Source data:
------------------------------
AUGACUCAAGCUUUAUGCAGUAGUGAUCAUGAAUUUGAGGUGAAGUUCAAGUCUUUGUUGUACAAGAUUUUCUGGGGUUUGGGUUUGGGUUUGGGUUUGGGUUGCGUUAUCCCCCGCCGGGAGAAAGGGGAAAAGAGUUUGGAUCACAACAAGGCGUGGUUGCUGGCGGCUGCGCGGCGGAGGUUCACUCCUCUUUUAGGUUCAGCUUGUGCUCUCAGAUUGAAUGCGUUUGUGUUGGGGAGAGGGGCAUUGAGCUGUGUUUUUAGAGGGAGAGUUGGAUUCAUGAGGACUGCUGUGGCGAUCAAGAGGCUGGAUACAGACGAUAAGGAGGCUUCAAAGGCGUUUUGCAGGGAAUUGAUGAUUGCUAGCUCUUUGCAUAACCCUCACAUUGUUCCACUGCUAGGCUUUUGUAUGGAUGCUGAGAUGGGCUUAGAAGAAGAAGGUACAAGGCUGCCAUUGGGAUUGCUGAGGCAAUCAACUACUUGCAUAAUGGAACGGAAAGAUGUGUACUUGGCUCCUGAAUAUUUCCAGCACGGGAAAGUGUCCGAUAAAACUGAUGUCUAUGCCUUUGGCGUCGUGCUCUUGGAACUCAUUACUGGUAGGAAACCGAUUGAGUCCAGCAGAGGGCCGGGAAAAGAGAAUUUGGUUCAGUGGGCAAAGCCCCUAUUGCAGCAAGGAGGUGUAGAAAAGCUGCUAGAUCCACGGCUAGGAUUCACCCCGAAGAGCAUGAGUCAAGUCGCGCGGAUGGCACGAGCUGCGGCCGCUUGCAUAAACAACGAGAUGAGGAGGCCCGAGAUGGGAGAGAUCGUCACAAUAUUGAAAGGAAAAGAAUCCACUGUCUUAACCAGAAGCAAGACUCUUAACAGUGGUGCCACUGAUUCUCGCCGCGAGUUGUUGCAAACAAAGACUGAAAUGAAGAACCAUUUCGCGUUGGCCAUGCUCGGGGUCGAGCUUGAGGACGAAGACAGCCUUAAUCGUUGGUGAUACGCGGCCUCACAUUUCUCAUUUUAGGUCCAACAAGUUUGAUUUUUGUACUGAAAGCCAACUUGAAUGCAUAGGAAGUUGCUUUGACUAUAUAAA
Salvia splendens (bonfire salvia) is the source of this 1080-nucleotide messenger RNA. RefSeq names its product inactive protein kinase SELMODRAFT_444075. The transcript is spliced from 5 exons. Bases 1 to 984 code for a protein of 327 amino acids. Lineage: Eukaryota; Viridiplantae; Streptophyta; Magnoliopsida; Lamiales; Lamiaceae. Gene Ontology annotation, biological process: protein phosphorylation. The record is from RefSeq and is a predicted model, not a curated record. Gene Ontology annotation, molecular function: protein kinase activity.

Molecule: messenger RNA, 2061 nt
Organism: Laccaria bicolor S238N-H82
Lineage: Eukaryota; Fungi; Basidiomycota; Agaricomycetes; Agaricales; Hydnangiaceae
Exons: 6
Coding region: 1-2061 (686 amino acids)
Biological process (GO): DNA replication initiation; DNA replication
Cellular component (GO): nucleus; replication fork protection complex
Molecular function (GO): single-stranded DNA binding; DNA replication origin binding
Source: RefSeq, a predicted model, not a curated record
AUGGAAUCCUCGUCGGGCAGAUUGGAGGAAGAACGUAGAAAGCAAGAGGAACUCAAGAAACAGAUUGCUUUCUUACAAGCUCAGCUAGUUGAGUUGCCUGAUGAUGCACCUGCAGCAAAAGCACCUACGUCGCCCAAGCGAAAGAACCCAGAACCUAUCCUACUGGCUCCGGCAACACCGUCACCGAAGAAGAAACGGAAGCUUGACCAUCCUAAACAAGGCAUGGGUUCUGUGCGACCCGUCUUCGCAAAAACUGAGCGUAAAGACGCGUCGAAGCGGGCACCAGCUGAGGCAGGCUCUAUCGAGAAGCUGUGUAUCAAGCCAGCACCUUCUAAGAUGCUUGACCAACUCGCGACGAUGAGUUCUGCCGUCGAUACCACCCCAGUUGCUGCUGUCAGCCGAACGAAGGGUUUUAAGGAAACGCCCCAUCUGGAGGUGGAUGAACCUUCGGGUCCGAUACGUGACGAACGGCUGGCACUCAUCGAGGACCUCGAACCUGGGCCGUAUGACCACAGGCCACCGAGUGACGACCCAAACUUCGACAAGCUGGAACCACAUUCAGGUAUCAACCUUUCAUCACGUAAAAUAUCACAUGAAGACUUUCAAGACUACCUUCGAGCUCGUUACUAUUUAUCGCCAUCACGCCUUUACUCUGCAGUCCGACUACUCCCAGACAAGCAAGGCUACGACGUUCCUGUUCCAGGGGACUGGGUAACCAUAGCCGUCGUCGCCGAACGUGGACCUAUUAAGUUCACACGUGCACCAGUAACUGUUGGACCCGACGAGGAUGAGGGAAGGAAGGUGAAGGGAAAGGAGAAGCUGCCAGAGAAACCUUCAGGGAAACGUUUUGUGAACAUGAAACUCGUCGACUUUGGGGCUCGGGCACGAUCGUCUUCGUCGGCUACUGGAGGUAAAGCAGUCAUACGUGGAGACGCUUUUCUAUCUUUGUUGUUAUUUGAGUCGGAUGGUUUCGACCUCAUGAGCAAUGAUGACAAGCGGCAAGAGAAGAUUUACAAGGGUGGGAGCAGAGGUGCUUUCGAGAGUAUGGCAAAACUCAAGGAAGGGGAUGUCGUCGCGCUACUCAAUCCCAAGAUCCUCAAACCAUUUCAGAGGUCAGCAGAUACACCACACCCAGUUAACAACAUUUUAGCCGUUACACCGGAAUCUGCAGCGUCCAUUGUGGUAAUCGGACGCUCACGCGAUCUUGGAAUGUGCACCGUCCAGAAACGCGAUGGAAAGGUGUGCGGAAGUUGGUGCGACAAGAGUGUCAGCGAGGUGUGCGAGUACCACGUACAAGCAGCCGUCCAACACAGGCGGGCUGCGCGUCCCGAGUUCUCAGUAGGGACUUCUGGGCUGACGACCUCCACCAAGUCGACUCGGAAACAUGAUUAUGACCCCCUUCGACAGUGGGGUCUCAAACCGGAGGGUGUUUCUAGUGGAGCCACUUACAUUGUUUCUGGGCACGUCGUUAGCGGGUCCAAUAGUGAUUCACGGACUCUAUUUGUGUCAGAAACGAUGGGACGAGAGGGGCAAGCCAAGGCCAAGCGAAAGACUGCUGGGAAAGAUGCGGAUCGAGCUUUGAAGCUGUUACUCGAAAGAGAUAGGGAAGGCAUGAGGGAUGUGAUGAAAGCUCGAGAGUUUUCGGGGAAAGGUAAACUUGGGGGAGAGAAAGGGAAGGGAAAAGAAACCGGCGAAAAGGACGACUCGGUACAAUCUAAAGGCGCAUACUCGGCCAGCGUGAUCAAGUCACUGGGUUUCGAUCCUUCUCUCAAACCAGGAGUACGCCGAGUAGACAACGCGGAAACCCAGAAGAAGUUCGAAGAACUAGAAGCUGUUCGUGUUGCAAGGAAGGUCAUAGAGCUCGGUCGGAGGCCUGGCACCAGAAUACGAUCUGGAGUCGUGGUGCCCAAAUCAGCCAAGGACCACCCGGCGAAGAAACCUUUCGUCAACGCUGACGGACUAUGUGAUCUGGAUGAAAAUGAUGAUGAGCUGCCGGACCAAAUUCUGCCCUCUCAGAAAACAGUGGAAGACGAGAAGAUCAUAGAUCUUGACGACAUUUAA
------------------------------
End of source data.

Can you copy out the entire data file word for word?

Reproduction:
AUGACUCAAGCUUUAUGCAGUAGUGAUCAUGAAUUUGAGGUGAAGUUCAAGUCUUUGUUGUACAAGAUUUUCUGGGGUUUGGGUUUGGGUUUGGGUUUGGGUUGCGUUAUCCCCCGCCGGGAGAAAGGGGAAAAGAGUUUGGAUCACAACAAGGCGUGGUUGCUGGCGGCUGCGCGGCGGAGGUUCACUCCUCUUUUAGGUUCAGCUUGUGCUCUCAGAUUGAAUGCGUUUGUGUUGGGGAGAGGGGCAUUGAGCUGUGUUUUUAGAGGGAGAGUUGGAUUCAUGAGGACUGCUGUGGCGAUCAAGAGGCUGGAUACAGACGAUAAGGAGGCUUCAAAGGCGUUUUGCAGGGAAUUGAUGAUUGCUAGCUCUUUGCAUAACCCUCACAUUGUUCCACUGCUAGGCUUUUGUAUGGAUGCUGAGAUGGGCUUAGAAGAAGAAGGUACAAGGCUGCCAUUGGGAUUGCUGAGGCAAUCAACUACUUGCAUAAUGGAACGGAAAGAUGUGUACUUGGCUCCUGAAUAUUUCCAGCACGGGAAAGUGUCCGAUAAAACUGAUGUCUAUGCCUUUGGCGUCGUGCUCUUGGAACUCAUUACUGGUAGGAAACCGAUUGAGUCCAGCAGAGGGCCGGGAAAAGAGAAUUUGGUUCAGUGGGCAAAGCCCCUAUUGCAGCAAGGAGGUGUAGAAAAGCUGCUAGAUCCACGGCUAGGAUUCACCCCGAAGAGCAUGAGUCAAGUCGCGCGGAUGGCACGAGCUGCGGCCGCUUGCAUAAACAACGAGAUGAGGAGGCCCGAGAUGGGAGAGAUCGUCACAAUAUUGAAAGGAAAAGAAUCCACUGUCUUAACCAGAAGCAAGACUCUUAACAGUGGUGCCACUGAUUCUCGCCGCGAGUUGUUGCAAACAAAGACUGAAAUGAAGAACCAUUUCGCGUUGGCCAUGCUCGGGGUCGAGCUUGAGGACGAAGACAGCCUUAAUCGUUGGUGAUACGCGGCCUCACAUUUCUCAUUUUAGGUCCAACAAGUUUGAUUUUUGUACUGAAAGCCAACUUGAAUGCAUAGGAAGUUGCUUUGACUAUAUAAA
Salvia splendens (bonfire salvia) is the source of this 1080-nucleotide messenger RNA. RefSeq names its product inactive protein kinase SELMODRAFT_444075. The transcript is spliced from 5 exons. Bases 1 to 984 code for a protein of 327 amino acids. Lineage: Eukaryota; Viridiplantae; Streptophyta; Magnoliopsida; Lamiales; Lamiaceae. Gene Ontology annotation, biological process: protein phosphorylation. The record is from RefSeq and is a predicted model, not a curated record. Gene Ontology annotation, molecular function: protein kinase activity.

Molecule: messenger RNA, 2061 nt
Organism: Laccaria bicolor S238N-H82
Lineage: Eukaryota; Fungi; Basidiomycota; Agaricomycetes; Agaricales; Hydnangiaceae
Exons: 6
Coding region: 1-2061 (686 amino acids)
Biological process (GO): DNA replication initiation; DNA replication
Cellular component (GO): nucleus; replication fork protection complex
Molecular function (GO): single-stranded DNA binding; DNA replication origin binding
Source: RefSeq, a predicted model, not a curated record
AUGGAAUCCUCGUCGGGCAGAUUGGAGGAAGAACGUAGAAAGCAAGAGGAACUCAAGAAACAGAUUGCUUUCUUACAAGCUCAGCUAGUUGAGUUGCCUGAUGAUGCACCUGCAGCAAAAGCACCUACGUCGCCCAAGCGAAAGAACCCAGAACCUAUCCUACUGGCUCCGGCAACACCGUCACCGAAGAAGAAACGGAAGCUUGACCAUCCUAAACAAGGCAUGGGUUCUGUGCGACCCGUCUUCGCAAAAACUGAGCGUAAAGACGCGUCGAAGCGGGCACCAGCUGAGGCAGGCUCUAUCGAGAAGCUGUGUAUCAAGCCAGCACCUUCUAAGAUGCUUGACCAACUCGCGACGAUGAGUUCUGCCGUCGAUACCACCCCAGUUGCUGCUGUCAGCCGAACGAAGGGUUUUAAGGAAACGCCCCAUCUGGAGGUGGAUGAACCUUCGGGUCCGAUACGUGACGAACGGCUGGCACUCAUCGAGGACCUCGAACCUGGGCCGUAUGACCACAGGCCACCGAGUGACGACCCAAACUUCGACAAGCUGGAACCACAUUCAGGUAUCAACCUUUCAUCACGUAAAAUAUCACAUGAAGACUUUCAAGACUACCUUCGAGCUCGUUACUAUUUAUCGCCAUCACGCCUUUACUCUGCAGUCCGACUACUCCCAGACAAGCAAGGCUACGACGUUCCUGUUCCAGGGGACUGGGUAACCAUAGCCGUCGUCGCCGAACGUGGACCUAUUAAGUUCACACGUGCACCAGUAACUGUUGGACCCGACGAGGAUGAGGGAAGGAAGGUGAAGGGAAAGGAGAAGCUGCCAGAGAAACCUUCAGGGAAACGUUUUGUGAACAUGAAACUCGUCGACUUUGGGGCUCGGGCACGAUCGUCUUCGUCGGCUACUGGAGGUAAAGCAGUCAUACGUGGAGACGCUUUUCUAUCUUUGUUGUUAUUUGAGUCGGAUGGUUUCGACCUCAUGAGCAAUGAUGACAAGCGGCAAGAGAAGAUUUACAAGGGUGGGAGCAGAGGUGCUUUCGAGAGUAUGGCAAAACUCAAGGAAGGGGAUGUCGUCGCGCUACUCAAUCCCAAGAUCCUCAAACCAUUUCAGAGGUCAGCAGAUACACCACACCCAGUUAACAACAUUUUAGCCGUUACACCGGAAUCUGCAGCGUCCAUUGUGGUAAUCGGACGCUCACGCGAUCUUGGAAUGUGCACCGUCCAGAAACGCGAUGGAAAGGUGUGCGGAAGUUGGUGCGACAAGAGUGUCAGCGAGGUGUGCGAGUACCACGUACAAGCAGCCGUCCAACACAGGCGGGCUGCGCGUCCCGAGUUCUCAGUAGGGACUUCUGGGCUGACGACCUCCACCAAGUCGACUCGGAAACAUGAUUAUGACCCCCUUCGACAGUGGGGUCUCAAACCGGAGGGUGUUUCUAGUGGAGCCACUUACAUUGUUUCUGGGCACGUCGUUAGCGGGUCCAAUAGUGAUUCACGGACUCUAUUUGUGUCAGAAACGAUGGGACGAGAGGGGCAAGCCAAGGCCAAGCGAAAGACUGCUGGGAAAGAUGCGGAUCGAGCUUUGAAGCUGUUACUCGAAAGAGAUAGGGAAGGCAUGAGGGAUGUGAUGAAAGCUCGAGAGUUUUCGGGGAAAGGUAAACUUGGGGGAGAGAAAGGGAAGGGAAAAGAAACCGGCGAAAAGGACGACUCGGUACAAUCUAAAGGCGCAUACUCGGCCAGCGUGAUCAAGUCACUGGGUUUCGAUCCUUCUCUCAAACCAGGAGUACGCCGAGUAGACAACGCGGAAACCCAGAAGAAGUUCGAAGAACUAGAAGCUGUUCGUGUUGCAAGGAAGGUCAUAGAGCUCGGUCGGAGGCCUGGCACCAGAAUACGAUCUGGAGUCGUGGUGCCCAAAUCAGCCAAGGACCACCCGGCGAAGAAACCUUUCGUCAACGCUGACGGACUAUGUGAUCUGGAUGAAAAUGAUGAUGAGCUGCCGGACCAAAUUCUGCCCUCUCAGAAAACAGUGGAAGACGAGAAGAUCAUAGAUCUUGACGACAUUUAA